Quietly, while the world was paying attention to Hollywood blockbusters, Netflix has been revolutionizing a corner of the film world historically left to arthouse theaters and niche DVD releases.
Documentary has gone mainstream, connecting a generation of “Netflix and chill” viewers with some of the most politically provocative and journalistically important work of our time.
The best documentary films can break us out of our filter bubble and open our eyes to issues and ideas that merit our intellectual exploration.
Simply put: Documentaries are in a new golden age, and Netflix’s ability to bring them to new audiences is fueling that change.
Having said that, discovering documentaries in the new noisy digital world isn’t easy, so as a filmmaker and curator, here’s my list of documentary films to watch and share. See if you think I’ve missed any that you’d want to add to my list.
“Get Me Roger Stone” -- You think you know everything about Donald Trump, but this mind-blowing doc will take you places you’ve never been. After the 2016 election, people all over the world woke up to find a New York real estate developer and reality TV star was the 45th President of the United States.
One man who wasn't shocked was political consultant Roger Stone. A longtime Trump confidante and advisor, Stone said he always knew his celebrity pal was "prime political horse flesh.” Indeed. Directors Morgan Pehme, Daniel DiMauro and Dylan Bank spent five years with Stone, who accepted their documentary cameras, even as he suspected that they may not share his politics. The access prove the fodder for an insightful indictment. For Stone, it’s a worthwhile bargain.
“Wild Wild Country” -- If you think way back to 1981, you can almost remember Bhagwan Shree Rajneesh, dressed in signature orange. The controversial cult leader built a utopian city in the Oregon desert, and then faced a conflict with the locals that escalated into a national scandal.Violence erupts in Antelope, Oregon, when the controversial guru and his followers descend on the tiny town. Watching this film, you can’t help but think… 1981 was a very, very long time ago.
"Making A Murderer" -- This 10-part docu-series invented a genre. Before this film, nonfiction stories had to shoehorn their way into a 90-minute film format. But no longer. Filmed over 13 years, the story follows two men accused of a grisly crime they may not have committed. Steven Avery is exonerated after 18 years in prison, threatens to expose police corruption, and soon faces charges for another terrible crime.
“Faces Places” is a documentary journey that is surprisingly charming and at the same time insightful. The artist JR is both the subject of the film and a co-director along with Agnès Varda. JR takes oversized photos of the people they meet and plasters them on the sides of buildings to commemorate their stories. Vara is 89 and both fragile and indefatigable. JR is gentle, and at the same time a bit of a renegade. Their partnership makes the film unforgettable.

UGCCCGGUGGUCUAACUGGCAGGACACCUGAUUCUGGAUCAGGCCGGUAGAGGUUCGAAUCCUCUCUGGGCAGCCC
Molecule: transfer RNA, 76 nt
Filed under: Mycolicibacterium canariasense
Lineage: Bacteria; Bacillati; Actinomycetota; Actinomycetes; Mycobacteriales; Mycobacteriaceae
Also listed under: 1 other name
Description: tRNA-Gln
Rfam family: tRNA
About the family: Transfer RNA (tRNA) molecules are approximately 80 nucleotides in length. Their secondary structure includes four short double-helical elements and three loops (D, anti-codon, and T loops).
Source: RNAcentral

And while documentaries are certainly bringing issues and ideas to new audiences, music has also benefited from an exploding category of nonfiction storytelling.
“Mr. Dynamite: The Rise Of James Brown” -- James Brown changed the face of American music forever. Charting his journey from rhythm and blues to funk, this film was made with unique access to the Brown estate, which opened its archives for the first time.
“Searching For Sugar Man” -- This film tells the incredible true story of Rodriguez, the greatest '70s rock icon who never was. He was discovered in a Detroit bar in the late '60s by two celebrated producers struck by his soulful melodies and prophetic lyrics, who recorded an album they believed would secure his reputation as the greatest recording artist of his generation.
“Keith Richards: Under The Influence” -- Keith Richards’ life is the quintessential rock ’n’ roll memoir. All the debauchery and excess from decades on the road with the Rolling Stones is laid bare here.
"What Happened, Miss Simone?" -- Liz Garbus portrays an artist in complete control of her piano and her voice. It was 1960, and Nina Simon embraced the politics of the time and Black Power in a way that most musicians were afraid to. The footage from late in Simone’s career provides evidence of her extraordinary musical abilities. For music doc fans, this is a must-see film.
“De Palma” -- If you’re a cinephile, this is one documentary that often get overlooked but certainly warrants a screening. There is no better filmmaker than Brian De Palma in the field of suspense films exploring the contemporary darkness in American life. This doc takes us through his professional life and a career that redefined film horror and suspense — and shares the price even the great artists pay for being a part of Hollywood.
And finally, there’s the subject of food. There are a number of terrific foodie films on Netflix, but there’s one in particular that deserves screening, if you haven’t seen it already.
“Jiro Dreams of Sushi” -- Sukiyabashi Jiro is a 10-seat, sushi-only restaurant located in a dank Tokyo subway station. It is the first restaurant of its kind to be awarded a prestigious 3 star Michelin review, and sushi lovers from around the globe make repeated pilgrimages, calling months in advance and shelling out top dollar for a coveted seat at Jiro's sushi bar. At the heart of this story is 85 year-old Jiro Ono's relationship with his eldest son Yoshikazu, the worthy heir to Jiro's legacy, who is unable to live up to his full potential in his father's shadow. Hint, it’s not really about the food.
So in 2019, as you broaden your content horizons, you can count on digital platforms to bring new nonfiction storytelling to your flatscreen and your phone. Still early days in the world of distribution and discovery, but with but bright times ahead.